Marketing an agency, for me, is more about quality of leads than quantity of leads. Your automation strategy should ensure your agency gets the projects you really want.

Allow me to explain:

It’s not about scale, but about quality

If you’re selling a product, you can scale endlessly. You can invest in expanding your manufacturing capability and simply make more products. If you’re selling a digital product, you won’t even have to do that.

Either way, if you’re selling a product you want more leads.

But if you’re an agency, scaling isn’t quite as easy. Because most agencies deliver a service. Consultancy. Which means you need to have the people available to actually do all those new projects stem from your excellent lead generation.

And getting good people is hard. Training new folks takes time. Meanwhile, you want your consultants to be happy where they are. And not run off to the competition.

Automating lead qualification

So, if I were setting up marketing for an agency, I’d go heavy on automating lead qualification.

I’d build a funnel like I always do:

  1. Easy, top of the funnel offer. Cheatsheet that solves a problem for my prospective customer. Followed up by an email nurture pitching the next offer.
  2. More meaty, middle of the funnel offer. Ebook, an email course. Followed by more nurturing pitching the next offer.
  3. A serious bottom of the funnel offer. This could be an actual meeting with a sales rep, but it could also be a webinar. Either is a real time investment on the count of the prospect.

All three of these have different levels of commitment. They also give entirely new leads the chance to make themselves known to me by entering their information to get the offer (and I’d ask progressively more info of them as they move down the funnel).

Content

Meanwhile, my actual content and offers have to be very specific about the type of projects the agency is successful with. Make it absolutely, abundantly clear which customers you want – and which ones are less of a good fit.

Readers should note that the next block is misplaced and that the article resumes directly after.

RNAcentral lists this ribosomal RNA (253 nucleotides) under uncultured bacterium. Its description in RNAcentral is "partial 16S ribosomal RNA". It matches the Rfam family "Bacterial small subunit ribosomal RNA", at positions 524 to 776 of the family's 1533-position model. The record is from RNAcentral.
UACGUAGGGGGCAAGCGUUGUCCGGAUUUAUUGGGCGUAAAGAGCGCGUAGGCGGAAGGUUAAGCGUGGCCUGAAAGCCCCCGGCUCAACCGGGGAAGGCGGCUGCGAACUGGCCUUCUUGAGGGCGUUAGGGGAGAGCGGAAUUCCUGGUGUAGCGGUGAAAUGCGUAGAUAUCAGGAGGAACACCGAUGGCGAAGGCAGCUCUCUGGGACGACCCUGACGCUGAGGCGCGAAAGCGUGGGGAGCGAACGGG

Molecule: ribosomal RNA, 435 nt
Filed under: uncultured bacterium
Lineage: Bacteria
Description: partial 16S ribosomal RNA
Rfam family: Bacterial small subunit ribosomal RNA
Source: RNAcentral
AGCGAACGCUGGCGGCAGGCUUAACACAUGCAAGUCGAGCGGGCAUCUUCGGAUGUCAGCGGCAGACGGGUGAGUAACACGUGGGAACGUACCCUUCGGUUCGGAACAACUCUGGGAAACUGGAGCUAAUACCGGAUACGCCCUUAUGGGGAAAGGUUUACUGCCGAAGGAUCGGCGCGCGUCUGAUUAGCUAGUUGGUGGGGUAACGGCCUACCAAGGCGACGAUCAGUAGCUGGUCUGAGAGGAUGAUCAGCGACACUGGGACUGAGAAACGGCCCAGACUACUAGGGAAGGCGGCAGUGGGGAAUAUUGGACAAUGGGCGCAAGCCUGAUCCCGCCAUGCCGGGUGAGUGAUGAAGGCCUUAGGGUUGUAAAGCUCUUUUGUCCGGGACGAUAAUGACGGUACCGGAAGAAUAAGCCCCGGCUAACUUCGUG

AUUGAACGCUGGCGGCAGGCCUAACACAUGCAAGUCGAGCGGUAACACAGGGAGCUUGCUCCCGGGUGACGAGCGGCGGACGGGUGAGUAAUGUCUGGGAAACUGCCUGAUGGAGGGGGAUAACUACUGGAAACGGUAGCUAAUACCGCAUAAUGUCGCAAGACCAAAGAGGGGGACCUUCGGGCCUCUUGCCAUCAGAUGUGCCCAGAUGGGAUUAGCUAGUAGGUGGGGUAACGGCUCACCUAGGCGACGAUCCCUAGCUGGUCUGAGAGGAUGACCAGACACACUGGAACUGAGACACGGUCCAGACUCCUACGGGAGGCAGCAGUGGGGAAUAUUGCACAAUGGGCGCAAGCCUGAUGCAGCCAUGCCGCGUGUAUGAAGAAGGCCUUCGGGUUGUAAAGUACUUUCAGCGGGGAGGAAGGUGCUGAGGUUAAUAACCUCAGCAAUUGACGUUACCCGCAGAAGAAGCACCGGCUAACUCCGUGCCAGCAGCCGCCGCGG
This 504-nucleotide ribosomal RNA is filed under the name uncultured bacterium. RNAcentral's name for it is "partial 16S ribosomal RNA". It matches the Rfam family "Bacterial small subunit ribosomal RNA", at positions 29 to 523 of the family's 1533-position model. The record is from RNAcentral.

(Don’t actually say it, but make it clear through your examples and what you’re excited about doing.)

In a way, have leads qualify themselves. If they read your description of your ideal project and go: “That’s not us”, that’s fine.

Lead scoring

I’d then make sure to set up lead scoring in my automation tool. I’d be closely monitoring three things:

  1. Fit. Does the prospect fit my ideal customer? The customer I know is going to be representing the kind of projects my agency is looking for?
  2. Activity. Is the prospect active on my website? If so, what’s he looking at (are there pages that we want to flag as important?).
  3. Engagement. Is the prospect opening emails, clicking links, etc.

Only qualified leads go through to sales. The rest you can nurture long-term, or forget about right now. Sales calls only those who get scored high enough to qualify.

All of this does require you make it crystal clear to yourself, and to your prospects, which projects you’re good at and want to do. Presumably, as I mentioned, projects that challenge your consultants, so they’ll want to stick around.

For agency lead qualification automation, I say quality over quantity!

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Henrik Becker

I'm Director of Revenue @NetResults, the 1st choice of people buying marketing automation for the 2nd time